More Elis go overseas

Yale’s fall 2006 study abroad enrollment increased 40 percent from last fall’s, according to preliminary statistics from the Yale International Education and Fellowship Programs office, far exceeding a nationwide increase in the number of American college students studying abroad.

A report released Monday by the national research group Institute of International Education indicates that the number of American students studying abroad grew by eight percent compared to last year. In addition, the decline in international student enrollment at American universities since 9/11 has stabilized, according to the IIE’s annual “Open Doors” report, which includes statistics through the 2005-’06 academic year. The number of international students studying in America for the first time grew by eight percent nationally last year, while Yale itself had a 15 percent increase in its enrollment of international graduate and undergraduate students in that time.

Daniel Obst, IIE director of membership and higher education services, said he believes more Americans are studying abroad because they recognize the importance of a global education. Students are realizing that spending time in another country learning a foreign language and interacting with a different culture will be vitally important to their future careers, Obst said.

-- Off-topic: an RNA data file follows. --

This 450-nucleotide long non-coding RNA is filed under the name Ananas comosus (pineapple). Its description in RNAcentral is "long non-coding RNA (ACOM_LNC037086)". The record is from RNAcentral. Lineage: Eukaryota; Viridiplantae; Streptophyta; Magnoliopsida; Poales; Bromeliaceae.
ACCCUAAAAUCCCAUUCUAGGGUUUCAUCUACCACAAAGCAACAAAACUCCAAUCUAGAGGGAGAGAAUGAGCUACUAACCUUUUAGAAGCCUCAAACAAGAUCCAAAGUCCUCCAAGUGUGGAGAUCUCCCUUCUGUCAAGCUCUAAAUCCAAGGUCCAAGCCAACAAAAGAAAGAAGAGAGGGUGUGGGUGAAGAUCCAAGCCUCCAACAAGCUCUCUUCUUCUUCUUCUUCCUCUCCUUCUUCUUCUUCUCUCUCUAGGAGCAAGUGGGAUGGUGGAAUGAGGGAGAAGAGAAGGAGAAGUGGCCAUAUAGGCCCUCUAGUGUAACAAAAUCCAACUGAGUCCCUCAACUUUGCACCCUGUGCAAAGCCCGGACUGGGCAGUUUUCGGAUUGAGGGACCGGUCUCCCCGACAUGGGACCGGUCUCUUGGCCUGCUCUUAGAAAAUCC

Jane Edwards, Yale’s associate dean for international affairs, said IEFP is working with cultural organizations on campus as well as with Yale faculty advisers to show students that study abroad is not only possible but worthwhile.

“This is the time of your life that you can have this experience [of going abroad],” Edwards said. “It’s really an important part of living in this globalized world.”

Students said the experience of integrating into a foreign culture while studying abroad was rewarding, although some encountered obstacles.

Veronica Wallace ’08 was a member of the class of 2007, but she will graduate a year later than expected because she was not awarded academic credit for the study abroad program she completed in Italy last spring. While she could have received credit through programs endorsed by IEFP, she said her experience was valuable nevertheless because it temporarily removed her from Yale’s intense atmosphere and allowed her to focus on her immersion in Italian culture.

Ronel Namde ’07, who spent the spring semester of her junior year in Jordan, said her stay with a local family made her feel at ease in the Middle Eastern nation. The ability to see Yale and the United States from a new standpoint contributed immeasurably to her education, she said.

“It was a different and eye-opening experience to get a perspective on the world you don’t get here,” Namde said.

The number of Yale students studying abroad during the academic year has grown from 91 in 2000-’01 to 121 in 2005-’06, representing a long-term growth of 33 percent.

But some students said they do not want to pursue study abroad opportunities due to the many resources available to them on Yale’s campus.